I worked as a barista for many years. While, no longer employed in a café, I still sympathize with anyone in the profession. No matter where I order my coffee or what condition it is in, I smile kindly, chat with, and sincerely thank the barista. I realize that many would consider me a pushover, for not insisting my drink is perfect. I choose to believe my barista did his or her best, and besides, a little pleasant conversation will improve any drink. Recently, I decided I want my own barista.
I want a barista who will smile graciously at me when I walk into the café on my cell phone. I want my barista to politely greet me, though I will carelessly avoid returning the pleasant greeting. I expect my barista to address me in a calm, pleasant voice and to never be affected by my eye-rolling or otherwise ridiculously rude behavior. I want my barista to patiently wait while I finish my enormously important phone call and ask the customers in the growing line behind me to calm down and “for heaven’s sake, practice a little patience”. My barista will always put my needs before anyone else’s.
My barista will know my precise expectations from the moment I walk into the café. If, by chance, my barista needs a day off, he will train another barista who will gratefully undertake my numerous, but well-founded, desires and needs. The barista responsible for me will know my name, my beverage, and the way I prefer my beverage served. My barista shall never write my name on my cup, I will not have Sharpie on my hands. I am a professional, after all, not a junior-higher.
My barista must know my beverage down to the exact temperature, weight, and presentation. I expect consistency and I demand perfection. I do not care how busy the café is, or how many others are waiting. My drink is a Grande, five pump, whole milk, no foam, no whip, 140-degree mocha. Let me tell you, I know when it is correct, and I know when it is not correct.
I now know that I must observe the process from start to finish or something will inevitably go wrong. I attribute that tendency to the laziness of this current generation. My barista must initially put the five pumps of chocolate in the cup, followed by two perfect espresso shots. I am required to watch to ensure the barista stirs the chocolate into the espresso with a spoon or my so-called mocha is just a boring latte, with a clump of wasted chocolate on the bottom. Don’t even try to tell me that swirling the cup is sufficient. After he carefully and quickly stirs the espresso and chocolate, he must immediately add foam-free milk of just 140-degrees Fahrenheit.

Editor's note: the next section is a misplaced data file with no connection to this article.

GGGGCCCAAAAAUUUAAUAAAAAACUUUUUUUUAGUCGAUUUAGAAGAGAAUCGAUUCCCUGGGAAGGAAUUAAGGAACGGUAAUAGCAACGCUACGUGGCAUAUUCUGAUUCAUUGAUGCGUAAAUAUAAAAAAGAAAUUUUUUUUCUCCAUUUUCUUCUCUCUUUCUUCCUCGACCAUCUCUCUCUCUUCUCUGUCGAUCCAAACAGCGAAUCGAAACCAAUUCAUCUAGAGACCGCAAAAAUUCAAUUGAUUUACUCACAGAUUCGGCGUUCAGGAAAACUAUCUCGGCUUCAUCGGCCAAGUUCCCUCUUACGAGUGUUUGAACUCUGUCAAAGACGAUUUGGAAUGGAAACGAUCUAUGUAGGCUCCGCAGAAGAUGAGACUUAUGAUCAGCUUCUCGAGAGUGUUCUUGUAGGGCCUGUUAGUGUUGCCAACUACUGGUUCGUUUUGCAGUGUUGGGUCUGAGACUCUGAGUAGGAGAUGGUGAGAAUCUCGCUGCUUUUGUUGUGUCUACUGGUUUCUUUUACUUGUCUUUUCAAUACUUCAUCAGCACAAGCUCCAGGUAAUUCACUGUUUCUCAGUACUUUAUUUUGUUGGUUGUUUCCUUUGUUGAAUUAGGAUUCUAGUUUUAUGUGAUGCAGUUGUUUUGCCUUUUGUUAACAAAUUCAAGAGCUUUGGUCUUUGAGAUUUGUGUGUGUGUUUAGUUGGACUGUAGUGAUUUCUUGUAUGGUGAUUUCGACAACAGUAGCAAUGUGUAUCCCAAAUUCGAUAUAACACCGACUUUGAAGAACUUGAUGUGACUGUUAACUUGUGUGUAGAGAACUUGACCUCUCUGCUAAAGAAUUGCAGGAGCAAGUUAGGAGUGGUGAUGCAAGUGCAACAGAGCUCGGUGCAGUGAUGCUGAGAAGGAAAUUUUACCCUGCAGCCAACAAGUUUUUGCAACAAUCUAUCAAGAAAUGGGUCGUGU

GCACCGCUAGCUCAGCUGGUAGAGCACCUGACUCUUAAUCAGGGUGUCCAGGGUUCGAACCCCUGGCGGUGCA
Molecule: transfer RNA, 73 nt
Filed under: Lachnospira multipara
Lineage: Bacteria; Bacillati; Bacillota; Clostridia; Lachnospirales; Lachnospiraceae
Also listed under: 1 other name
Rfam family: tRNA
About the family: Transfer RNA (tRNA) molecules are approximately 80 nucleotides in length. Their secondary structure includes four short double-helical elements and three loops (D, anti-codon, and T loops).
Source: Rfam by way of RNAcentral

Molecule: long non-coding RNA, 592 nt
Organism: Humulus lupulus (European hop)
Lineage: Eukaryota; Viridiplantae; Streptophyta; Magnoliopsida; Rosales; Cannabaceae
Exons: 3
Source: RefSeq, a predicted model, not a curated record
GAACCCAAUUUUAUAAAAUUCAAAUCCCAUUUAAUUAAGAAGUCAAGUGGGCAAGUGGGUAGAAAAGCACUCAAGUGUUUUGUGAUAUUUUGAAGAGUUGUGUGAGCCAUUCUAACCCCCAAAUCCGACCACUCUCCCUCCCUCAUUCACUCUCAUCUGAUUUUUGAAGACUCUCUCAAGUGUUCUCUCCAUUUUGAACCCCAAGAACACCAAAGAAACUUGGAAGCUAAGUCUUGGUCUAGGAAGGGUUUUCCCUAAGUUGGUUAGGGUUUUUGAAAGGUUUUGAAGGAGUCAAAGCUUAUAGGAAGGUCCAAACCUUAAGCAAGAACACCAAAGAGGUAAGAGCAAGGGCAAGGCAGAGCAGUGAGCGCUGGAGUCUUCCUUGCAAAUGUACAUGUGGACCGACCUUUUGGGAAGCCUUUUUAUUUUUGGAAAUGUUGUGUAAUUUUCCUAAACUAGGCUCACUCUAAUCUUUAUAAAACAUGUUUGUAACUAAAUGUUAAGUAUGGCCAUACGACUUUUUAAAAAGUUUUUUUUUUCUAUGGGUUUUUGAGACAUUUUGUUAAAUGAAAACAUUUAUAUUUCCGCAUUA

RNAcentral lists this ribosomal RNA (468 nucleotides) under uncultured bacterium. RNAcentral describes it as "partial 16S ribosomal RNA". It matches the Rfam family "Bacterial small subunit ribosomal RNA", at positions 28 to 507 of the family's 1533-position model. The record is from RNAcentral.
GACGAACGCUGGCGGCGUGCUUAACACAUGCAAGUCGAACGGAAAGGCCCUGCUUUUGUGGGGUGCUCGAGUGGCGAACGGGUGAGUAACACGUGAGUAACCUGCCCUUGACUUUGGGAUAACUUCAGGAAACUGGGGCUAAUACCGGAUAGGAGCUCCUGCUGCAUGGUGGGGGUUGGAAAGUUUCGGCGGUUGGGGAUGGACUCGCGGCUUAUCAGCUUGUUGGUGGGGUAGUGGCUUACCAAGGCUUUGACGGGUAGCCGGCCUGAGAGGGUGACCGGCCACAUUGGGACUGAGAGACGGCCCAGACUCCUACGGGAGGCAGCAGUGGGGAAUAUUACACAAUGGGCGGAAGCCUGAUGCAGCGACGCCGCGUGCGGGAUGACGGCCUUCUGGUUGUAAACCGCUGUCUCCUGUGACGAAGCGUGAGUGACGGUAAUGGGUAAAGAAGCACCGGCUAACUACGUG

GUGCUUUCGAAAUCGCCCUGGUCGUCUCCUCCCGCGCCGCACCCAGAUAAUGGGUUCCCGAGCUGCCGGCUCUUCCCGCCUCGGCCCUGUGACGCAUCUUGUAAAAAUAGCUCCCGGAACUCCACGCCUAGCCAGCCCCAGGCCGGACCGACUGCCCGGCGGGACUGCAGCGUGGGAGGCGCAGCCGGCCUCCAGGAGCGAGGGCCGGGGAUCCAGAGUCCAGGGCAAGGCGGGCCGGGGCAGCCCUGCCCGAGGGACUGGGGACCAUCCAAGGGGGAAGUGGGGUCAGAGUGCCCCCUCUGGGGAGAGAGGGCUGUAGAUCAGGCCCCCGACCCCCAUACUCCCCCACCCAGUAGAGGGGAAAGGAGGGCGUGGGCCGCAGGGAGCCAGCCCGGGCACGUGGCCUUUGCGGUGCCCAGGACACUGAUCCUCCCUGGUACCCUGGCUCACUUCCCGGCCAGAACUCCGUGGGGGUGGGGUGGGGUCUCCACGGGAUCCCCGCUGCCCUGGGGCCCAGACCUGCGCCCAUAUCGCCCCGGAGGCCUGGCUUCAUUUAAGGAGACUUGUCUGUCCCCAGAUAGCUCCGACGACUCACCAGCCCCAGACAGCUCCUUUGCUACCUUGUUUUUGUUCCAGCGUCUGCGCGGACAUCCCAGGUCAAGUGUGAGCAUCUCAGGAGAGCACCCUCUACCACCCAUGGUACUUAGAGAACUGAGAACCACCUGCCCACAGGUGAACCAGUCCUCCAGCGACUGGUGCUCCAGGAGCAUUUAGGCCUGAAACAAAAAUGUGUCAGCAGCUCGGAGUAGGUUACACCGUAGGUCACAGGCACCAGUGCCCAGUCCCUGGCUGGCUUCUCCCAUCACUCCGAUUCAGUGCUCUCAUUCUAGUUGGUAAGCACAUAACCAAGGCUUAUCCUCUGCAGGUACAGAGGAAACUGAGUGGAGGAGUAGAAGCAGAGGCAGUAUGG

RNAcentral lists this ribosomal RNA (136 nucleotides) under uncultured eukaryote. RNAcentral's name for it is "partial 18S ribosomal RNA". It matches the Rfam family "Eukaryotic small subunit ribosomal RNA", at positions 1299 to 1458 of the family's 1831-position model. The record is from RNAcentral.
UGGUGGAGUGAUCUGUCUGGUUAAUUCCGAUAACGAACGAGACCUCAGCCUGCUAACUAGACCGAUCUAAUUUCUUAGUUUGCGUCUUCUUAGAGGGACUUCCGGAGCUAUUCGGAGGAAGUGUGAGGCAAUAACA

My barista knows he must then weigh my beverage. If my beverage does not weigh exactly .544 kilograms, I assume my barista negligently allowed foam into the cup and this is, obviously, unacceptable. I am paying for a sixteen ounce drink and I will not stand for some cheapskate company teaching their baristas to fill the cups with foam in order to save money on milk. On a side note, I think cappuccinos and macchiatos were created solely for the purpose of ripping off the customer. If it is the incorrect temperature, my barista will quickly and efficiently remake it. If someone accidentally plops a tiny drop of whipped cream on my beverage, my barista will happily prepare another one. If another barista accidentally fills the pitcher with two-percent milk, rather than whole milk, I will know as soon as I take the first sniff. I will slam the cup onto the counter and demand a remake. Now I will likely be late to meet my sister for CrossFit.
My barista should be able to easily distinguish, by my apparel, whether or not I am on my way to work out. If I am dressed for CrossFit, he should automatically prepare a Venti ice water for me. When my barista forgets to take note of what I am wearing, I am forced to request my Venti ice water from the hand-off plane. No matter how many drinks have been ordered behind mine, those customers will have to wait, while my barista stops to prepare a Venti ice water for me.
My barista will understand that when I hold up my finger, I expect him to drop whatever he is doing and focus only on me. Whether I need to ask a simple question, demand additional stirring, or politely request that the disgusting floor be swept, I never interrupt unless is it important. My barista will know I am really not that difficult to please and will always be delighted to serve me. I am a paying customer after all, and this is America. We have demands to be fulfilled, places to be, important meetings, and people to meet.
I consider myself a true gift to these baristas. I am an artist and a teacher. I am showing them how to be meticulous, devoted, thoughtful, and consistent. I know these are lessons they will be able to use in this job, as well as when they find “real” jobs in the future. I want my barista to be incredibly grateful and even indebted to me for this selfless act I am doing.
I want my own barista so I never have to worry about anything again while getting my morning coffee. Life is difficult enough, why should I have to suffer first thing in the morning? And one more thing, why the hell would I ever leave a tip?